# Delta v

Delta v ( ) is the change (delta or Δ) in the speed ( vector ) and is specified in distance per time (m / s or km / h). It results from the subtraction of two speeds, ${\ displaystyle \ Delta v}$ ${\ displaystyle {\ overrightarrow {v}}}$

${\ displaystyle \ Delta v = | {\ overrightarrow {v_ {2}}} - {\ overrightarrow {v_ {1}}} |}$ ,

where is the speed before an event and the speed after the event. Since the difference between the speed vectors is used to calculate, changes in direction are also taken into account, in which the amount of speed remains the same. ${\ displaystyle {\ overrightarrow {v_ {1}}}}$${\ displaystyle {\ overrightarrow {v_ {2}}}}$${\ displaystyle \ Delta v}$

## Space dynamics

In space travel , delta v, often written out instead of with symbols, is a measure of the ability of a spacecraft to perform maneuvers. In the simplest case, without the influence of gravitation , Delta v is the integral of the amounts of all speed changes along the desired trajectory . This integral is invariant to the mass of the spacecraft performing the maneuver, as well as to technical details of its propulsion system. The invariance of the size has obvious advantages, so that instead of mass, thrust and fuel supply for spacecraft, the total delta v ( ) that the spacecraft is capable of with the available fuel resources is given. If the value of the remainder is reached , all fuel has been used up and no more course changes are possible. ${\ displaystyle \ Delta v _ {\ mathrm {max}}}$${\ displaystyle \ Delta v _ {\ mathrm {max}} = 0}$

In the gravitational field, e.g. B. during takeoff or swing-by , the delta v to be generated by the spacecraft does not correspond directly to a change in speed, but can still be calculated as a variable. In the atmosphere and in a non-free fall situation, however, it also depends on the aerodynamic properties of the vehicle and the time it takes for the spacecraft to enter a stable orbit , i.e. H. a free fall situation to arrive. For a start in a low earth orbit it is necessary to increase the speed from the rotational speed on the earth's surface to the orbital speed. This proportion is invariant to the design of the spacecraft. In addition, there are typically air resistance and the overcoming of earth's gravity. The balance is reduced by the earth's rotation by a maximum of 465 m / s if the start at the equator takes place with an inclination of 0 ° in an easterly direction. ${\ displaystyle \ Delta v = 7 {,} 8 \, \ mathrm {km / s}}$${\ displaystyle \ Delta v = 1 {,} 5 {\ text {to}} 2 \, \ mathrm {km / s}}$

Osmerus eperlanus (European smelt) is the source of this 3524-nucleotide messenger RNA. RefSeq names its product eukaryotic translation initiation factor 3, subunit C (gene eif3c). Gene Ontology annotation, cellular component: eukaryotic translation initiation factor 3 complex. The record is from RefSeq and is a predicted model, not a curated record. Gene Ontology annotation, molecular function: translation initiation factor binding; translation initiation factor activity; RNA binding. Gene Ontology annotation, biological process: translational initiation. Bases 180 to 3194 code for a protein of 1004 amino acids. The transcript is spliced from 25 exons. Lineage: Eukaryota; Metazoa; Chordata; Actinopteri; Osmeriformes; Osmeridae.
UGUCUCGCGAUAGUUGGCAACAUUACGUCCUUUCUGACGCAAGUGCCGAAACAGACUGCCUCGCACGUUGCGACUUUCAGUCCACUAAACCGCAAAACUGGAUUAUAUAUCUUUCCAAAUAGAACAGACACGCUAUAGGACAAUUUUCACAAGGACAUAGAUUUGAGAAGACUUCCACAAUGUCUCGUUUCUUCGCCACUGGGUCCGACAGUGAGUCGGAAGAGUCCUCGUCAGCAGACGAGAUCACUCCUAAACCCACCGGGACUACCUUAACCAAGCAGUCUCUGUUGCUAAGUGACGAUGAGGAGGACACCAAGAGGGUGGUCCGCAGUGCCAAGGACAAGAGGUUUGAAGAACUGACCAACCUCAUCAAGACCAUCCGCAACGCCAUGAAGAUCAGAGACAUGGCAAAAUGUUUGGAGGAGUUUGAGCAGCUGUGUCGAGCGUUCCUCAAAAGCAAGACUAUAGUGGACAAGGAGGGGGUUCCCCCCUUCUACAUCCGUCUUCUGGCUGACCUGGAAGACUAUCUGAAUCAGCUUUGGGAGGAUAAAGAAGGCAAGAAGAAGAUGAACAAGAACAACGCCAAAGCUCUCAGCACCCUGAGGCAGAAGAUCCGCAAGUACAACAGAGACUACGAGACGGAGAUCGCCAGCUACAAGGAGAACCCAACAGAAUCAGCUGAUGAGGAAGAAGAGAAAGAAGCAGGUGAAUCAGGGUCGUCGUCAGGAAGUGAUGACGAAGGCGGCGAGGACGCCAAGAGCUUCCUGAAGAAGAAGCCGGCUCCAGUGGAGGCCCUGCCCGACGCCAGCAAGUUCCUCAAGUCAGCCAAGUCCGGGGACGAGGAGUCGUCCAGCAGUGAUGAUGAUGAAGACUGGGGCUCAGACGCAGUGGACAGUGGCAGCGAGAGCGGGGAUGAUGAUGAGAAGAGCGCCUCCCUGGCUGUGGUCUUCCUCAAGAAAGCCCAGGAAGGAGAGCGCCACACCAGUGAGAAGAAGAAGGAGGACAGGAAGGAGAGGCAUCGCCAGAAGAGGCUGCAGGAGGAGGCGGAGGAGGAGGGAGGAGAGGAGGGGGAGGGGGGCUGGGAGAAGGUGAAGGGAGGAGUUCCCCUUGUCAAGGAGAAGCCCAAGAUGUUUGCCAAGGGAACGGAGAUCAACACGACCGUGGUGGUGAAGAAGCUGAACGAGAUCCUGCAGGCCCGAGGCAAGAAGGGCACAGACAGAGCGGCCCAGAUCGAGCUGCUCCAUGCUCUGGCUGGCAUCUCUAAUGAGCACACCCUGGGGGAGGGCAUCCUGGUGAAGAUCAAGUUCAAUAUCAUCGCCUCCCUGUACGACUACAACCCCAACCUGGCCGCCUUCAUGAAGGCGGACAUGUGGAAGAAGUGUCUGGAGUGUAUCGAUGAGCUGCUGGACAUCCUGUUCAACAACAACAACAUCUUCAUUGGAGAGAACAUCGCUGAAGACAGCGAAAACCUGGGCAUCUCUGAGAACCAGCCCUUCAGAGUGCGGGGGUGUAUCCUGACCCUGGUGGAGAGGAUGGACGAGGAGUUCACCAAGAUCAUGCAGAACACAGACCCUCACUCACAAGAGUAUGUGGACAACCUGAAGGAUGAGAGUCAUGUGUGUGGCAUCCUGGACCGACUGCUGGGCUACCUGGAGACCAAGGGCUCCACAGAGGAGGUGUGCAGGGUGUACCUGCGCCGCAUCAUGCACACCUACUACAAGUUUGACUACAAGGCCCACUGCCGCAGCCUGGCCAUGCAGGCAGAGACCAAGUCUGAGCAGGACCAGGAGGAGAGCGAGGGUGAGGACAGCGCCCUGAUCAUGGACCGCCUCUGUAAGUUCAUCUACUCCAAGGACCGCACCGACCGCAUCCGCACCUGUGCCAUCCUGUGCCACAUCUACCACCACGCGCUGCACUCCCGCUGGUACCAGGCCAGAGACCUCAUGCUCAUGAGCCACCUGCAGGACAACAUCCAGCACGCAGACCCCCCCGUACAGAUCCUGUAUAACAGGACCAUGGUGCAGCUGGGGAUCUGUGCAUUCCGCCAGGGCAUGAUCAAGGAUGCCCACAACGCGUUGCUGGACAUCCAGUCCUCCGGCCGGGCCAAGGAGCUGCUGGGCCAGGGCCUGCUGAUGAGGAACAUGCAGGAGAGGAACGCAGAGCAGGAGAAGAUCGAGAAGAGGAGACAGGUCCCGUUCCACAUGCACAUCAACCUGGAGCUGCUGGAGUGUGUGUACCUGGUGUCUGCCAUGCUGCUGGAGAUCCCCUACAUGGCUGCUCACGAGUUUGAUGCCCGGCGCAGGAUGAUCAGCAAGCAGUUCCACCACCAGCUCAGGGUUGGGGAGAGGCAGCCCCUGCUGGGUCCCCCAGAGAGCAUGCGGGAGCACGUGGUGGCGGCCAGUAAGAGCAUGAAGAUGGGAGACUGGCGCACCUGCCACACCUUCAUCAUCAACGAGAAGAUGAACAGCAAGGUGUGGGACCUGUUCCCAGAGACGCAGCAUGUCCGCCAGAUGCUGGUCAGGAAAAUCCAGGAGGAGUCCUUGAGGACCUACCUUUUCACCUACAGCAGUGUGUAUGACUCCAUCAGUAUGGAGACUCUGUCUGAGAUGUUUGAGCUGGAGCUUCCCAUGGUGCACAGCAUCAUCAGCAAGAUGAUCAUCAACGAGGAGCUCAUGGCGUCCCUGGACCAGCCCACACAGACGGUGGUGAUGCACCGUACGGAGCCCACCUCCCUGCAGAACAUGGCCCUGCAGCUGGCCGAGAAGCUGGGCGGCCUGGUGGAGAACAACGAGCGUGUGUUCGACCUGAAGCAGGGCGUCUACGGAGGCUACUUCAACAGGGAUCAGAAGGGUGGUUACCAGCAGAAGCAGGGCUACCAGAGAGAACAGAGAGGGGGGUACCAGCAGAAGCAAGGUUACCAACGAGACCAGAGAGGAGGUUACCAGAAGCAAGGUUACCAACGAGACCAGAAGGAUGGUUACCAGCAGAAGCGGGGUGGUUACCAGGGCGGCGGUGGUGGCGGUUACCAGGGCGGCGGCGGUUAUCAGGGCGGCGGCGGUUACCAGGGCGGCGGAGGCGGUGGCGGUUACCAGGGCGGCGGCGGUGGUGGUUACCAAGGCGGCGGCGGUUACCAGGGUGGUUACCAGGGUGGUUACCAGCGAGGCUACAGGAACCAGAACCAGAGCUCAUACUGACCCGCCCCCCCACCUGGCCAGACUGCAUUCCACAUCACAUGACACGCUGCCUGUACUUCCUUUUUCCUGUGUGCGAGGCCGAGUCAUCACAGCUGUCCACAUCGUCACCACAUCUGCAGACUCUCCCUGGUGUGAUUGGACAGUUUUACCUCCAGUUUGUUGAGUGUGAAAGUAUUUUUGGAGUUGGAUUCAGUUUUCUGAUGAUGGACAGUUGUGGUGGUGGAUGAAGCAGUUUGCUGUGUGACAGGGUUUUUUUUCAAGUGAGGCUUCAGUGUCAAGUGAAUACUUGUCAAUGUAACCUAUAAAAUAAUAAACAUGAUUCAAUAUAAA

It should be noted that with this specification, the weight of the payload (weight of the people on board / the spacecraft) has an influence on the available delta v of a spaceship, since the available delta v decreases with an increase in mass and the resulting increased inertia . In other words: If the astronauts had packed too many moonstones for the Apollo missions, the delta v of the ascent stage required to reach the mother ship would remain the same, but the delta v that would be available would decrease and the value of what was needed Fall below Delta v, which would make the ascent level too difficult and the mother ship would no longer have been accessible.

The of the fully fueled Apollo spacecraft was, for example at maximum payload 2,804 m / s, that of the Lunar Module 4,690 m / s. ${\ displaystyle \ Delta v _ {\ mathrm {max}}}$

## Typical delta v for orbital and interplanetary maneuvers

Delta v in km / s for various maneuvers from the earth to the moon and mars

Stabilization maneuvers
Track height
(km)
Delta v
(m / s per year)
Type. Max.
Position stabilization <50-55
Altitude stabilization
(air resistance)
<400-500 <25 <100
<500-600 < 05 < 025
> 600 < 007.5
One-time
maneuvers
Delta v
(m / s)
Position control 2 06
Rotation control 5-10
Relief of the position stabilization gyro 2 06
Separation from the starting stage 5-10
Uncoupling a spaceship from the
ISS by means of spring force
0.12
Maneuver to change orbit (see graphic on the right) Delta v
(m / s)
from to
Surface of the earth Low Earth Orbit (LEO) 9,300-10,000
Low Earth Orbit Geostationary Transfer Orbit (GTO) 2,500
Geostationary transfer orbit Geosynchronous Orbit (GEO, GSO) 1,500
Perigee of the geostationary
transfer orbit
Escape route 0.700
Escape route Low lunar orbit 0.700
Mars transfer orbit 0.600
Low Earth Orbit Mars surface 4,800
Escape path from the solar system 8,700
Low lunar orbit Lunar surface 1,600

## Accident mechanics

In the event of a traffic accident , for example a collision between two cars , a collision- related change in speed (Δv) (for each vehicle) can be calculated. Δv is considered to be the main measure of the severity of the collision , as it is related to the impact forces of the collision and the deceleration of the vehicle. As a rule, the greater the change in speed during a collision, the greater the risk of injury to occupants.

A typical example is the rear-end collision , which usually leads to a positive change in the speed of the vehicle ahead or stationary, i.e. this vehicle is accelerated as a result of the collision. Depending on the severity of the impact, there is a risk of injury for the occupants there, especially for the cervical spine in the form of whiplash .